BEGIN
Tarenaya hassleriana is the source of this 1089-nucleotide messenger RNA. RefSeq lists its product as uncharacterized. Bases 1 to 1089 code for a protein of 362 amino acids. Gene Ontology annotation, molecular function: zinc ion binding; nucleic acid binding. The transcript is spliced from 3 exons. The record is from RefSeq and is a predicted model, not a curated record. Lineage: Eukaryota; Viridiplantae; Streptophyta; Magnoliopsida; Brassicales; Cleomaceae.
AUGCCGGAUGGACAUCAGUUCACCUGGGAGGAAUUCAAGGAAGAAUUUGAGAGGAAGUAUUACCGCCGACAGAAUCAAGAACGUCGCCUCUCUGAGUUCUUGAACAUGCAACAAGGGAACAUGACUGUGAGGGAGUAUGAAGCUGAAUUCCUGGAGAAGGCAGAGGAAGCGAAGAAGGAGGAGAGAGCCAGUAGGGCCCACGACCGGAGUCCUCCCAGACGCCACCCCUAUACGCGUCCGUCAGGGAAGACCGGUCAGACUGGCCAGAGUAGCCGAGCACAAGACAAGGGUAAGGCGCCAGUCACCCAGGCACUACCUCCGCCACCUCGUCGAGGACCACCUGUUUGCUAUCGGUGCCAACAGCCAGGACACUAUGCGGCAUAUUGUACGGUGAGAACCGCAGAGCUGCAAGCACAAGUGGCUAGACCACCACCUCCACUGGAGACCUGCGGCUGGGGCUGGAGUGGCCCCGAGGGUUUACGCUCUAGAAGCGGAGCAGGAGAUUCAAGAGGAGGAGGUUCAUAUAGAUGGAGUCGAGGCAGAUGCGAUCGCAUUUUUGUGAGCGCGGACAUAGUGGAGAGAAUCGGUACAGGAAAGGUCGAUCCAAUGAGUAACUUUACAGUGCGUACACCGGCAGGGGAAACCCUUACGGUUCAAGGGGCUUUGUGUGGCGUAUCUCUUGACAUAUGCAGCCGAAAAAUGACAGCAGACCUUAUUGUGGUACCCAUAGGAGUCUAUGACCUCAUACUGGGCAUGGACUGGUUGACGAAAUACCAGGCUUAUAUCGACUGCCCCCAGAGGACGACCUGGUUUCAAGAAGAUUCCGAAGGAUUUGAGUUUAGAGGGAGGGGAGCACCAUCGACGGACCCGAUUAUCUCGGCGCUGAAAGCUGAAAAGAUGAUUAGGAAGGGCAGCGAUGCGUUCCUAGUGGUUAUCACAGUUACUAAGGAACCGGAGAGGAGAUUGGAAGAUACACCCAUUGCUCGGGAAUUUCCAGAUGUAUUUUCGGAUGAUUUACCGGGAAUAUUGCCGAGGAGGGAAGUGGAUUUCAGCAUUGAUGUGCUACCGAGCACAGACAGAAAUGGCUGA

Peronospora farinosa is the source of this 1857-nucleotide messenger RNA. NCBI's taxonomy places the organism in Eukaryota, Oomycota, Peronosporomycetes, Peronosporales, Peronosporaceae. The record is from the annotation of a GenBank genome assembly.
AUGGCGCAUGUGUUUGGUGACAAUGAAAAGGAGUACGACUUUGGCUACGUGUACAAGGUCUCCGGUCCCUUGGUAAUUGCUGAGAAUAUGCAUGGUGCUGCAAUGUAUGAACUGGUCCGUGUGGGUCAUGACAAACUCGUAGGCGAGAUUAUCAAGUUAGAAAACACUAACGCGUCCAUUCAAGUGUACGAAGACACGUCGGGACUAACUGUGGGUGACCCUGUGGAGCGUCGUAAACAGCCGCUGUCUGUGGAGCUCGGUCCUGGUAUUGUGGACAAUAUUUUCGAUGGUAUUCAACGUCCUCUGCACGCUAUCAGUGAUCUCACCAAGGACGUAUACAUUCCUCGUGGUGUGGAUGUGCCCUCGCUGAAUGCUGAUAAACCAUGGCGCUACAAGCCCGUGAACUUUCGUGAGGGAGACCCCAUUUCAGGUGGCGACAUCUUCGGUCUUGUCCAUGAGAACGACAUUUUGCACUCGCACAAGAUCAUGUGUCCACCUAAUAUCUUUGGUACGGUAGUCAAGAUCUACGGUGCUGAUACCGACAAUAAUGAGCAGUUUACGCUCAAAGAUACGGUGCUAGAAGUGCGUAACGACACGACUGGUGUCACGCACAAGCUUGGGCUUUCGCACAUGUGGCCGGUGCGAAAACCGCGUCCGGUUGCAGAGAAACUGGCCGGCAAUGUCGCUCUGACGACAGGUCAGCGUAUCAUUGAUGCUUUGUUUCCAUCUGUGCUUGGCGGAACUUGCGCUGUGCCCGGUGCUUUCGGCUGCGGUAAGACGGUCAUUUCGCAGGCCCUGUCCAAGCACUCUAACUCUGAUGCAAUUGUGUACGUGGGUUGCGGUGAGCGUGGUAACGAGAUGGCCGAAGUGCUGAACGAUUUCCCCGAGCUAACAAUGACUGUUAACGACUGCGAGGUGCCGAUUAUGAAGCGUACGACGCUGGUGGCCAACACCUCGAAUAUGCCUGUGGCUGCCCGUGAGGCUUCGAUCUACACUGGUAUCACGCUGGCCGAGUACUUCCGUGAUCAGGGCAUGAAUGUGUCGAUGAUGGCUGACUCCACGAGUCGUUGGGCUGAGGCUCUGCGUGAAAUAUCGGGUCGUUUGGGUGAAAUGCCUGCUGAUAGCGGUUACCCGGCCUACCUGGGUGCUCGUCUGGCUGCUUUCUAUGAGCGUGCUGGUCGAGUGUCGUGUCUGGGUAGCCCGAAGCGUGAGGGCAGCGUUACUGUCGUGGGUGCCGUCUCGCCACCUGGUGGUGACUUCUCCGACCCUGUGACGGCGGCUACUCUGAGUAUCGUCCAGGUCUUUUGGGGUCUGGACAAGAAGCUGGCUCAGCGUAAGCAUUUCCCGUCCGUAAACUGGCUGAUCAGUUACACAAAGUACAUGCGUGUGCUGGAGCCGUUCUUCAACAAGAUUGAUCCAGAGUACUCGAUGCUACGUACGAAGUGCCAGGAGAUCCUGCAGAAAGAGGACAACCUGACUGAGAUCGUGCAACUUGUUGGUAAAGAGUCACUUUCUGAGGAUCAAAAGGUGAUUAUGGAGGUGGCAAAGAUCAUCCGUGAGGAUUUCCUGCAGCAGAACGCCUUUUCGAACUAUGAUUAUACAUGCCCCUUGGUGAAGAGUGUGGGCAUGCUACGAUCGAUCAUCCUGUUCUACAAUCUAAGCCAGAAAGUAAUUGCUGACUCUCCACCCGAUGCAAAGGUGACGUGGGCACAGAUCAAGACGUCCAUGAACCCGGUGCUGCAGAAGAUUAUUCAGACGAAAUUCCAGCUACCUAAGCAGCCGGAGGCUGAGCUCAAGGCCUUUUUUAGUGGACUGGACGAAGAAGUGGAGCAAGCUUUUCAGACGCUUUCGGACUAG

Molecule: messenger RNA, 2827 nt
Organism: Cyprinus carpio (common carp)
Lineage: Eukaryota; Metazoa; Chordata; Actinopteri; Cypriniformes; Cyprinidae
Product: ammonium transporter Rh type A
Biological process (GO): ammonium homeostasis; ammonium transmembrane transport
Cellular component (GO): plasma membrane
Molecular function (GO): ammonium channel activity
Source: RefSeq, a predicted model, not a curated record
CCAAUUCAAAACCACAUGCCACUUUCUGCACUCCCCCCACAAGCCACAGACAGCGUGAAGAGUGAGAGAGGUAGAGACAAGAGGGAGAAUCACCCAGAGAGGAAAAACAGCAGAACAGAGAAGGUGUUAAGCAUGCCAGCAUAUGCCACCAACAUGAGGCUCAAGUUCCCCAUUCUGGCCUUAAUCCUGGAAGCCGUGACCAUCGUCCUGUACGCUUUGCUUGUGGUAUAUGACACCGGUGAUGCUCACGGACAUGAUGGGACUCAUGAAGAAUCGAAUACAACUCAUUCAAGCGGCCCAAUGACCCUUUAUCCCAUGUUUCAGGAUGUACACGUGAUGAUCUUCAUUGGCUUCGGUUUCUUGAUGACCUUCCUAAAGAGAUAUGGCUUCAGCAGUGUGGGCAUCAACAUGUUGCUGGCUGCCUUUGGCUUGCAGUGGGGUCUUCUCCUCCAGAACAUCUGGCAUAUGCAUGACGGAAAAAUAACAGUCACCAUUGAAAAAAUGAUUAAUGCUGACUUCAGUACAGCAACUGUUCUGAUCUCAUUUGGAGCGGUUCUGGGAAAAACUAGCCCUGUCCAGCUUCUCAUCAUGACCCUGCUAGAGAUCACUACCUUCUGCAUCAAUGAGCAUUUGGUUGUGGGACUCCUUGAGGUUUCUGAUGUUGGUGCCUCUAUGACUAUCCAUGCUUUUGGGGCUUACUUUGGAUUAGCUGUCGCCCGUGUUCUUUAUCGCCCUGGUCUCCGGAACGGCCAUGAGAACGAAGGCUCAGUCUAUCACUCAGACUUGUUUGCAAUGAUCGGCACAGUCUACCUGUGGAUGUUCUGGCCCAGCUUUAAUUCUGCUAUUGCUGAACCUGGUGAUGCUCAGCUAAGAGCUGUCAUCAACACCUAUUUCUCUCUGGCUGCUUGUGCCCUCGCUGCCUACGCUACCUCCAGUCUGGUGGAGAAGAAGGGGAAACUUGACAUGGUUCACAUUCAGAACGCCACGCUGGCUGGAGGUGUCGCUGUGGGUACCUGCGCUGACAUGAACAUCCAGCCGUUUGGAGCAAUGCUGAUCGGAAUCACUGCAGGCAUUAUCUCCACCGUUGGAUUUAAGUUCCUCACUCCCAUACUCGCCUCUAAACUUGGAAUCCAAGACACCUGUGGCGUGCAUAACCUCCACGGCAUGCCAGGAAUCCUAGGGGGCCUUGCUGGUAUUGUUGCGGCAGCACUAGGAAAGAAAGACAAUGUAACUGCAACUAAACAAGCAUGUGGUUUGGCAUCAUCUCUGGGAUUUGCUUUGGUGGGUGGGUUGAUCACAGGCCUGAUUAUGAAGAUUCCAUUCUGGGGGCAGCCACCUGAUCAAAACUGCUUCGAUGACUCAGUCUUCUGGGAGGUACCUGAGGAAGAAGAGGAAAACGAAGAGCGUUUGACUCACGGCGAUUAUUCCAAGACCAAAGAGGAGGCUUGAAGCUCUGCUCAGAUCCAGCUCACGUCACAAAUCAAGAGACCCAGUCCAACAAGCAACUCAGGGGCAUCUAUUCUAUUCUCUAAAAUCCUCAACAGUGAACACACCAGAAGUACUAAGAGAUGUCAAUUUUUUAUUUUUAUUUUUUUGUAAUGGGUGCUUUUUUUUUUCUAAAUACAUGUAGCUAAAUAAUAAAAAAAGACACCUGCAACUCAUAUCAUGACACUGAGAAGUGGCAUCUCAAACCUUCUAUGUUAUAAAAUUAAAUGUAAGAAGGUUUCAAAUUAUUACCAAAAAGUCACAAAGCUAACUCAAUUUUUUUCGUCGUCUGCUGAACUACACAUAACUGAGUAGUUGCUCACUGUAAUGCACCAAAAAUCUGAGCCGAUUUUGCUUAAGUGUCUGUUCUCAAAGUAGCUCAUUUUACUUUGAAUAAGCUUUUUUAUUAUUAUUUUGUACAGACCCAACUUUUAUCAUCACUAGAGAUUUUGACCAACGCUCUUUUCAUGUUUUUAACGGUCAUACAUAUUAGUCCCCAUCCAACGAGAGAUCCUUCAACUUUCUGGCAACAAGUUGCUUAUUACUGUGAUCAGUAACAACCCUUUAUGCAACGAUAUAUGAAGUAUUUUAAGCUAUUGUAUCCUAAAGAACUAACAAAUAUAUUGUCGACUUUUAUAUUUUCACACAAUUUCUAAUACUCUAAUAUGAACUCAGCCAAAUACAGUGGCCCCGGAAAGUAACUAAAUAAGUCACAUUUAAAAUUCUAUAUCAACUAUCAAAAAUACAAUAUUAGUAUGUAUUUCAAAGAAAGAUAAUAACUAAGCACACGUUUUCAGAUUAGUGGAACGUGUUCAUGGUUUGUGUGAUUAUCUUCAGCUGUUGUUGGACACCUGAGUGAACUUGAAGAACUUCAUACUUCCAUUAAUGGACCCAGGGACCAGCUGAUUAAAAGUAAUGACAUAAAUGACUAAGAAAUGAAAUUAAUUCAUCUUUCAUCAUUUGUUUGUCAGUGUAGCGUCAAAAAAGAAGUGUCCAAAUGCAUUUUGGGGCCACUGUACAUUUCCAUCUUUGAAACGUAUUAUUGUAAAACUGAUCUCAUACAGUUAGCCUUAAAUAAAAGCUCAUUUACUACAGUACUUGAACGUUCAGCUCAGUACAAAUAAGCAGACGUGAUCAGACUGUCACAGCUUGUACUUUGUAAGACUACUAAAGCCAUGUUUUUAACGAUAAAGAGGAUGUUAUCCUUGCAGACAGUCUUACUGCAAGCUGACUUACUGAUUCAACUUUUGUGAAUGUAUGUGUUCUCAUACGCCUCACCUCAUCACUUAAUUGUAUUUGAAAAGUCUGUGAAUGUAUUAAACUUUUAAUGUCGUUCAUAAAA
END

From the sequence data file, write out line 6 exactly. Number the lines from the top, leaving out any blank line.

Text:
Organism: Cyprinus carpio (common carp)